With the end of the tax year rapidly on its way, it's time to start thinking about any last-minute steps you can take to help minimize your taxable income. By reducing your taxable income, you can help to keep your overall tax liability lower. In some cases, you might be able to save significantly. By addressing these things now, you allow yourself plenty of time to explore your options. Here are a few different things to consider.

Capitalize On The Education Credits

If you haven't used all of your education credits yet, look at your current tuition bills. Make some tuition payments before the year is over so that you can claim those remaining credits. Tuition payments aren't taxable, so your taxable income will be reduced by that amount.

Maximize Your Medical Deduction

If you've spent more than ten percent of your adjusted gross income on medical expenses this year, you can claim any additional medical spending as a deduction from your taxable income. In order to do this, you need to itemize your taxes, but you could potentially save thousands in taxable income if you still have last-minute medical expenses to pay this year. Consider how much you've spent so far and make the most of your medical payments if you can.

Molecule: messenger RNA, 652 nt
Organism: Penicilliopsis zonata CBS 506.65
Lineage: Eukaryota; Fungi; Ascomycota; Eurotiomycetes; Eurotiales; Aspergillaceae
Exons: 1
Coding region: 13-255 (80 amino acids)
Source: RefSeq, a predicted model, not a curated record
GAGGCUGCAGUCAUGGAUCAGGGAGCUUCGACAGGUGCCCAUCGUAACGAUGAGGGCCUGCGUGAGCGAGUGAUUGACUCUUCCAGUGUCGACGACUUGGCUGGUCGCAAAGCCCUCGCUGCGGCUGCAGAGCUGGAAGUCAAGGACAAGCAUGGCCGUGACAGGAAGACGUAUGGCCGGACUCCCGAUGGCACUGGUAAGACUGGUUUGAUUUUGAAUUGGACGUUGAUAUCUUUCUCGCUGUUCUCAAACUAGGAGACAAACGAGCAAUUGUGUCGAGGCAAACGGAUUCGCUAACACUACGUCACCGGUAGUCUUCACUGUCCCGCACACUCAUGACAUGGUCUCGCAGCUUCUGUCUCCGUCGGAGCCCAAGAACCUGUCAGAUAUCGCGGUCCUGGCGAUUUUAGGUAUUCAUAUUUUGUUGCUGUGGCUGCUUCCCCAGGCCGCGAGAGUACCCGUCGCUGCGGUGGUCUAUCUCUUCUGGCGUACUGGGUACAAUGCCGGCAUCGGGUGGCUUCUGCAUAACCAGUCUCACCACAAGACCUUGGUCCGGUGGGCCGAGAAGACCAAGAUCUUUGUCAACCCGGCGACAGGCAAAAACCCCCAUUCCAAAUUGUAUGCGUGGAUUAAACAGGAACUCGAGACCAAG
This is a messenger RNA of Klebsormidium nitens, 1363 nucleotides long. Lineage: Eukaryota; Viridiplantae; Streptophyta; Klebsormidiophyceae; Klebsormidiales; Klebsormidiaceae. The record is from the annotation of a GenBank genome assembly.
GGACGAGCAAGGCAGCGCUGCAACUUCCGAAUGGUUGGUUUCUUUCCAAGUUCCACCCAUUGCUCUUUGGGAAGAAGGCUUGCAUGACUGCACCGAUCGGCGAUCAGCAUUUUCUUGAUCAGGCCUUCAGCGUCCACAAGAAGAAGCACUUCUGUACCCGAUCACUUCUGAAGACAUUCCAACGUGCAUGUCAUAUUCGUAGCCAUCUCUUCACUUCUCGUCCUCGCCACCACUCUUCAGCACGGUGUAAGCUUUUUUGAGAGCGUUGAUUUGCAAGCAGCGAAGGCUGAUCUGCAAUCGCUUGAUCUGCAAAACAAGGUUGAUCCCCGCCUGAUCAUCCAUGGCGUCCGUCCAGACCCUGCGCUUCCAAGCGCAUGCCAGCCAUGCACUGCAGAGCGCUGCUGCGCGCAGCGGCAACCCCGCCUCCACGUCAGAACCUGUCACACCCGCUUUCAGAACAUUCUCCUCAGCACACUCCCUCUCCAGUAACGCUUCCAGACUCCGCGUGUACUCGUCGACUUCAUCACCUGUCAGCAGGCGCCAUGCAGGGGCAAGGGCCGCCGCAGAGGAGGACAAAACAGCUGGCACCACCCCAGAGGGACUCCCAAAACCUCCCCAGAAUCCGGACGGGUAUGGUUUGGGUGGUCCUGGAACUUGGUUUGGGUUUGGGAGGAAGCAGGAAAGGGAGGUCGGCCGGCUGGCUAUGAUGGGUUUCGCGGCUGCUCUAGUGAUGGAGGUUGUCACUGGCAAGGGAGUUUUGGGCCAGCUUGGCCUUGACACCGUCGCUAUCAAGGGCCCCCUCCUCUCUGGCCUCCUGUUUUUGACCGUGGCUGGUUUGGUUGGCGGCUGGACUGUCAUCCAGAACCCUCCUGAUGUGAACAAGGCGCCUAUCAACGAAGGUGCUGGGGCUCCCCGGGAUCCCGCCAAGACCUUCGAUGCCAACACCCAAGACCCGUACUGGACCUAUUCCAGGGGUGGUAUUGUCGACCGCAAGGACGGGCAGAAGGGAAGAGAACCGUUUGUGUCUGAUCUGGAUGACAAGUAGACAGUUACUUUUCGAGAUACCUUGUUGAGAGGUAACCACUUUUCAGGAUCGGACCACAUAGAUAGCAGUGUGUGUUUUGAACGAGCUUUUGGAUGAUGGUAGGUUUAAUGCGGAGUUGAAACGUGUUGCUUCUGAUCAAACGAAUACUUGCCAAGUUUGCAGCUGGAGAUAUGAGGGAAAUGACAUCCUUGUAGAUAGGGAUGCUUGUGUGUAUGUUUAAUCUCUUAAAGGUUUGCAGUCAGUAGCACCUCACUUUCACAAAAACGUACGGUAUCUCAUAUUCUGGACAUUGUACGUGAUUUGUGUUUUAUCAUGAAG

Put More Money In Your Retirement Fund

Retirement fund contributions are not taxed, so you can put more money into your retirement fund if you're looking to lower your taxable income. Whether you're contributing to an IRA or a 401K, you'll get this benefit.

Hold Off On Investment Liquidation

If you're close to the end of the year and you've been thinking about selling some stocks or liquidating other investments, wait until the new year. The same holds true for withdrawal from a retirement account. By waiting to take the payment until the new year, you'll place the tax liability for those funds into the next tax year.

Adjust Your Final Paycheck Date

If you have any control over when your final paycheck or year-end bonus will be issued, ask about adjusting it so that it's not issued until after the first of the year. Even if you've earned it this year, it's not taxable on this year's income unless the funds are actually distributed to you. By taking those payments after the first of the year, they'll be counted on next year's tax forms.

If you're concerned about how much you're going to be facing in tax liability, these options may help you to minimize your taxable income as much as possible. Talk with a local tax service, such as Balkcom Pearsall & Parrish CPA's PA, about other possible options.